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Paul Auster's Sunset Park is set in the sprawling flatlands of Florida, where twenty-eight-year-old Miles is photographing the last lingering traces of families who have abandoned their houses due to debt or foreclosure. Miles is haunted by guilt for having inadvertently caused the death of his step-brother, a situation that caused him to flee his father and step-mother in New York seven years ago.
What keeps him in Florida is his relationship with a teenage high-school girl, Pilar, but when her family threatens to expose their relationship, Miles decides to protect Pilar by going back to Brooklyn, where he settles in a squat to prepare himself to face the inevitable confrontation with his father - a confrontation he has been avoiding for years.
Set against the backdrop of the devastating global recession, and pulsing with the energy of Auster's previous novel Invisible, Sunset Park is as mythic as it is contemporary, as in love with baseball as it is with literature. It is above all, a story about love and forgiveness - not only among men and women, but also between fathers and sons.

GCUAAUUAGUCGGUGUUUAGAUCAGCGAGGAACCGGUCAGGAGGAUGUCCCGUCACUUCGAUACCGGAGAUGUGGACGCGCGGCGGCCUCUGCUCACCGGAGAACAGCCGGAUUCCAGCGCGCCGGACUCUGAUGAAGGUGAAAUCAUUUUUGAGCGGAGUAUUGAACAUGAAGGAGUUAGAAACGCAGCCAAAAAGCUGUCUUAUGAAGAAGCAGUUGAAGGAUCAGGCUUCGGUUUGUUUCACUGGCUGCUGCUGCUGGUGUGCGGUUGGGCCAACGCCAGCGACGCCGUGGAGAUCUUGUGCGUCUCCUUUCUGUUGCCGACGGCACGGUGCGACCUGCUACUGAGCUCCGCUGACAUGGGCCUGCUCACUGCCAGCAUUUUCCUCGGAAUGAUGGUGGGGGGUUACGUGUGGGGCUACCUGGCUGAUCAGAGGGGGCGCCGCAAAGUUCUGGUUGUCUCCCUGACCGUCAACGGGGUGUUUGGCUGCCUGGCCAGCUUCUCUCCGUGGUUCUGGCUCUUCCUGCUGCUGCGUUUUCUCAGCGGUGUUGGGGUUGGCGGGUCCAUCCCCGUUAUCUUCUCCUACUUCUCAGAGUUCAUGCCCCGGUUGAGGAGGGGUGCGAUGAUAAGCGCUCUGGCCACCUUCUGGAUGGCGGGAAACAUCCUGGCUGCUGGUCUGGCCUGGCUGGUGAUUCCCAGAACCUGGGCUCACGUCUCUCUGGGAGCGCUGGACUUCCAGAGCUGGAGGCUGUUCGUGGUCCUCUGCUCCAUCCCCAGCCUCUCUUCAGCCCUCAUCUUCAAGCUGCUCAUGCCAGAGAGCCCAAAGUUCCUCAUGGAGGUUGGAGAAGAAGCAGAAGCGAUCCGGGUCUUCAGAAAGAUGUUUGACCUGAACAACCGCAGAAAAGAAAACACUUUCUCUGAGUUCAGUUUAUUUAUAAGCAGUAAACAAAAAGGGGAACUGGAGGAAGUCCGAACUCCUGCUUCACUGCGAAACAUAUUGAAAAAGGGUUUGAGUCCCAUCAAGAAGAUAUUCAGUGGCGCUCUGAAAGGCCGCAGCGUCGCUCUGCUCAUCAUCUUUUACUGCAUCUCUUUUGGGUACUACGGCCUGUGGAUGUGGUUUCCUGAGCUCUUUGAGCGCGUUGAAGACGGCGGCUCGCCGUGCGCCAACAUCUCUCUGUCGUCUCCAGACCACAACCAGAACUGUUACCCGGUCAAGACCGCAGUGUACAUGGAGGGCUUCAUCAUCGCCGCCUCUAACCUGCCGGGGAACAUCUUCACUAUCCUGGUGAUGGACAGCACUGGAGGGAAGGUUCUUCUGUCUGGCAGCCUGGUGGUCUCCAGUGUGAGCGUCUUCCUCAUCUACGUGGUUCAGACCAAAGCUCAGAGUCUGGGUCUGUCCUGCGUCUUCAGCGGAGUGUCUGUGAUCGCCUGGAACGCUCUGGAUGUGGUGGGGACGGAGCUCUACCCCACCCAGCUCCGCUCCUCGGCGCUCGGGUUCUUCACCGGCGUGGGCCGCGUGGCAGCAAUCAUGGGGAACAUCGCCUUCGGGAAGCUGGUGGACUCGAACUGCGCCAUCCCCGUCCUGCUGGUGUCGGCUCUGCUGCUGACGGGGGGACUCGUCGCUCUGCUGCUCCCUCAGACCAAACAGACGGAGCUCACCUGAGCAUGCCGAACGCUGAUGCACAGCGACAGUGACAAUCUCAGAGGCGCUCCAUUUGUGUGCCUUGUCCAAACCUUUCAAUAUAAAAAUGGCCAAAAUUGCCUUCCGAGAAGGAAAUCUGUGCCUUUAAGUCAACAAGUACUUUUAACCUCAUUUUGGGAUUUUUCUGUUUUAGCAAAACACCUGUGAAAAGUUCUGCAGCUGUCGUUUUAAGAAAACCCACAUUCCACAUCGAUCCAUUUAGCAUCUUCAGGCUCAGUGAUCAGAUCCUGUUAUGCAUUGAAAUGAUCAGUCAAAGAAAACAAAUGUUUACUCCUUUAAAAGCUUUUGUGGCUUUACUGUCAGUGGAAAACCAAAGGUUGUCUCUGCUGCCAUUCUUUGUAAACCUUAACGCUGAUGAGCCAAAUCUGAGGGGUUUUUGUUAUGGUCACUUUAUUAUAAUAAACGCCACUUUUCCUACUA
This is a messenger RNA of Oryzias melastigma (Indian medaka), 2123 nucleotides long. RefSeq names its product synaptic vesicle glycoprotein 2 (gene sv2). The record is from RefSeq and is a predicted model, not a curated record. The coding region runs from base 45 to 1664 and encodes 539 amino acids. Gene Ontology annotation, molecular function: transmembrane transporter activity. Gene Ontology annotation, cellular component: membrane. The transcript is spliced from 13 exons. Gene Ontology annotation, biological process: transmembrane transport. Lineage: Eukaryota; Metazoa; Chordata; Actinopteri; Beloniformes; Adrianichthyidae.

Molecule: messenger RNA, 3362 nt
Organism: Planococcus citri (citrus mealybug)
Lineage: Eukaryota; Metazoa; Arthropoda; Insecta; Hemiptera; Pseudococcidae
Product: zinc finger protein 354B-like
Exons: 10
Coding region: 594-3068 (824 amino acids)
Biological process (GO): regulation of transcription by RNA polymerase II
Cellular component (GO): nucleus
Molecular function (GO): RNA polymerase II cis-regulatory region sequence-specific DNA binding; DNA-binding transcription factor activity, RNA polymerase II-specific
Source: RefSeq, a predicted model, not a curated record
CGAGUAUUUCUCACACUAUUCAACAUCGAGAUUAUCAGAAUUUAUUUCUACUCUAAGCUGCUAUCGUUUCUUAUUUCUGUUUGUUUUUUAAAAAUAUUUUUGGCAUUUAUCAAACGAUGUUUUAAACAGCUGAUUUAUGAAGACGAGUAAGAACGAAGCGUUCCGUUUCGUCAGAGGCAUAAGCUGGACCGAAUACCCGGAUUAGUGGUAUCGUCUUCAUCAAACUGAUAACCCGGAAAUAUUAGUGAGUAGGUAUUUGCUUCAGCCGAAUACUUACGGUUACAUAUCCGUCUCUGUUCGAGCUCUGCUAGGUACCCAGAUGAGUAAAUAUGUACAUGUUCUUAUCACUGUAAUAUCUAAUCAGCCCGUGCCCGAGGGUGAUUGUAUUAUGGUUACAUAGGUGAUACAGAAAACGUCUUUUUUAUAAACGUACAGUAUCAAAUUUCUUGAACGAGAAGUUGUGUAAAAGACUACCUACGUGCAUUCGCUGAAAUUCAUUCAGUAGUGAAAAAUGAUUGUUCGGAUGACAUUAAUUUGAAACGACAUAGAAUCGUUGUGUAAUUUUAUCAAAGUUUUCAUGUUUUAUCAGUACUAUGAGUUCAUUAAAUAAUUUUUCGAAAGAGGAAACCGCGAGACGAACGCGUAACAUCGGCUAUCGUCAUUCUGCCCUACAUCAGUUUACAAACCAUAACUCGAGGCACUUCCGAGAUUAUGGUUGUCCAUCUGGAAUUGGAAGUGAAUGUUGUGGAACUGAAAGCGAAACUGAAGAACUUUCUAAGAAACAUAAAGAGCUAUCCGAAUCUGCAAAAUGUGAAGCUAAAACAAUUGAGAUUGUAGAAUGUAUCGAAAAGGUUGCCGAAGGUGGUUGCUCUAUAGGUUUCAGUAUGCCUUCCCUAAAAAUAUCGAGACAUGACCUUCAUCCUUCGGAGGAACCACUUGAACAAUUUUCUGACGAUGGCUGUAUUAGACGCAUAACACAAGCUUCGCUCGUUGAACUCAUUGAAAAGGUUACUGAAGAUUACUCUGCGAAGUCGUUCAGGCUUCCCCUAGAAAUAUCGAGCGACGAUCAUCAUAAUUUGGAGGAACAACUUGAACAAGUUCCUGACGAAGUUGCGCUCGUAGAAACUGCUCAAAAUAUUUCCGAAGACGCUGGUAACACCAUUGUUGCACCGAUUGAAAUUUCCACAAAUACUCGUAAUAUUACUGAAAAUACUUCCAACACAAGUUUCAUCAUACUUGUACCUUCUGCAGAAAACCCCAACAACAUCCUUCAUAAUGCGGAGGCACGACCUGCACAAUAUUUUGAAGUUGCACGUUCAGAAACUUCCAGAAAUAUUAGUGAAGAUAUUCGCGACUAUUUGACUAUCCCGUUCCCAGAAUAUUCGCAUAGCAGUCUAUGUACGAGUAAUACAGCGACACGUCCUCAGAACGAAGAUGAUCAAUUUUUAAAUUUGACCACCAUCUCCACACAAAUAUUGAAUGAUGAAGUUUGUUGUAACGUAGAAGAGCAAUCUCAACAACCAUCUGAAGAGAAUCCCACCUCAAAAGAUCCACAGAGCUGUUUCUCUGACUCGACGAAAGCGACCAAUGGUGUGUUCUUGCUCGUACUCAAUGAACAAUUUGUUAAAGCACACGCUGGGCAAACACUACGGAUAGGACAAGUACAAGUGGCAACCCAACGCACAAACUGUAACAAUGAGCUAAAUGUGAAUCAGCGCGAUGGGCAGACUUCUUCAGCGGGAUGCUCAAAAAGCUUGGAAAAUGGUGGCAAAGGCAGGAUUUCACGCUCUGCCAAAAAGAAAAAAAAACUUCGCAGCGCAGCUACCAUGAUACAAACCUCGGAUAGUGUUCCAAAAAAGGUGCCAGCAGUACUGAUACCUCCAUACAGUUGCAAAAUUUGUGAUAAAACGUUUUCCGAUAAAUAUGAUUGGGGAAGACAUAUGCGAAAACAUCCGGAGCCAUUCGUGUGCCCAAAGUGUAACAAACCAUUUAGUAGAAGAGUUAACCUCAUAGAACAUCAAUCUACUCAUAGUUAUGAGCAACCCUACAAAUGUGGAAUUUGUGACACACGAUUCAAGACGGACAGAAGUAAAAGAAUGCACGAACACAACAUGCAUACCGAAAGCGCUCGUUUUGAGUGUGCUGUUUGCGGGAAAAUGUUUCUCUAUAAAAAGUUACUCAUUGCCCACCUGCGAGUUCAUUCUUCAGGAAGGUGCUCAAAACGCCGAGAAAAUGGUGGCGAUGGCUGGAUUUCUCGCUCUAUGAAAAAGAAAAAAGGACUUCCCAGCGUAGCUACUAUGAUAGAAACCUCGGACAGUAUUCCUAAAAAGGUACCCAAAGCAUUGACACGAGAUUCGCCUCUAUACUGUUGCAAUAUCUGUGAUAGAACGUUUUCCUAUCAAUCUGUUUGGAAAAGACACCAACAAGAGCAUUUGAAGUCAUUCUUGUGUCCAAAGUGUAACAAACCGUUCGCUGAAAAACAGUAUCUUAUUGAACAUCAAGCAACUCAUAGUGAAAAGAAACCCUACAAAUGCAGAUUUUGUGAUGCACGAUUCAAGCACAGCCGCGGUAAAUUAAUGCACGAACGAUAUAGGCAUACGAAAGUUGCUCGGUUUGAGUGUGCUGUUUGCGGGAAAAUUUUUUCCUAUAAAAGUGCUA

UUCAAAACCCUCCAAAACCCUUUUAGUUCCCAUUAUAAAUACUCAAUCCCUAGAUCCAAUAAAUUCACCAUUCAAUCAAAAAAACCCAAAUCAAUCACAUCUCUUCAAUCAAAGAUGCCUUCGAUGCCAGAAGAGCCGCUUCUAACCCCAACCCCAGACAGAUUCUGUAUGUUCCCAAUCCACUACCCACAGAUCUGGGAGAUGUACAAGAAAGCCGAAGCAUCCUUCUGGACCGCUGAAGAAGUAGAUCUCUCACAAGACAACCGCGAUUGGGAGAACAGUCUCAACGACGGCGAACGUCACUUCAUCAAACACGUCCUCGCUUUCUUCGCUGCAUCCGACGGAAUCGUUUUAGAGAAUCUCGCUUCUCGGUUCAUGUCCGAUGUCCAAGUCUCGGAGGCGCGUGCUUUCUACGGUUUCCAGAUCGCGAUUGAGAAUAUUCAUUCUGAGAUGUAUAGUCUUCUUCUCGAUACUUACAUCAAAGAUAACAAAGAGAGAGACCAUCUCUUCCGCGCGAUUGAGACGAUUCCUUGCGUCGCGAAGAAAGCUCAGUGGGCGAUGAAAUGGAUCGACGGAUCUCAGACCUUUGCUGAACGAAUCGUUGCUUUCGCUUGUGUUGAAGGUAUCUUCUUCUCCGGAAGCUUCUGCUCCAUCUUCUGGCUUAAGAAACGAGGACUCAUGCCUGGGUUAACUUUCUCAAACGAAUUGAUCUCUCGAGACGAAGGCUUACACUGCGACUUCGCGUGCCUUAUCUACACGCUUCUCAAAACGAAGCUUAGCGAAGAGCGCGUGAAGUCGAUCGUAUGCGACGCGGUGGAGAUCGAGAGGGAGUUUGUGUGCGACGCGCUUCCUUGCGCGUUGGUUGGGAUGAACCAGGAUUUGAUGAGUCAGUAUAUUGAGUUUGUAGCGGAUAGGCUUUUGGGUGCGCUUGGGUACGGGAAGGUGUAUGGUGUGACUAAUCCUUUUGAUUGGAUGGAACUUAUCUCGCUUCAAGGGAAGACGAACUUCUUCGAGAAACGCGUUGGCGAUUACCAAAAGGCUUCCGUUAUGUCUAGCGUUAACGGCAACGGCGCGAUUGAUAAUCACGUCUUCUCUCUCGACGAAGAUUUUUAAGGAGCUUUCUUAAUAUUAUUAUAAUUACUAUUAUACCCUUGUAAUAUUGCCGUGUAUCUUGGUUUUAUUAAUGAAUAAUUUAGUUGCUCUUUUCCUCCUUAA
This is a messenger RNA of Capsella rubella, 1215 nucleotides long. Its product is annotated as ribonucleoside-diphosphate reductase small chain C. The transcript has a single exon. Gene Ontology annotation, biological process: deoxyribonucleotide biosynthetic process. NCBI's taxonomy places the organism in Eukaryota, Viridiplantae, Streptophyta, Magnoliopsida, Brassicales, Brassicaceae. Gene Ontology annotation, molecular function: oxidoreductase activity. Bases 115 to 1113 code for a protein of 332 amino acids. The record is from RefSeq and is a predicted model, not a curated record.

Auster (Invisible) is in excellent form for this foray into the tarnished, conflicted soul of Brooklyn. New York native Miles Heller now cleans out foreclosed south Florida homes, but after falling in love with an underage girl and stirring the wrath of her older sister, he flees to Brooklyn and shacks up with a group of artists squatting in the borough's Sunset Park neighborhood. As Miles arrives at the squat, the narrative broadens to take in the lives of Miles's roommates among them Bing, "the champion of discontent," and Alice, a starving writer and the unlikely paths that lead them to their squat. Then there's the matter of Miles's estranged father, Morris, who, in trying to save both his marriage and the independent publishing outfit he runs, may find the opportunity to patch things up with Miles. The fractured narrative takes in an impressive swath of life and history Vietnam, baseball trivia, the WWII coming-home film The Best Years of Our Lives and even if a couple of the perspectives feel weak, Auster's newest is a gratifying departure from the postmodern trickery he's known for, one full of crisp turns of phrase and keen insights.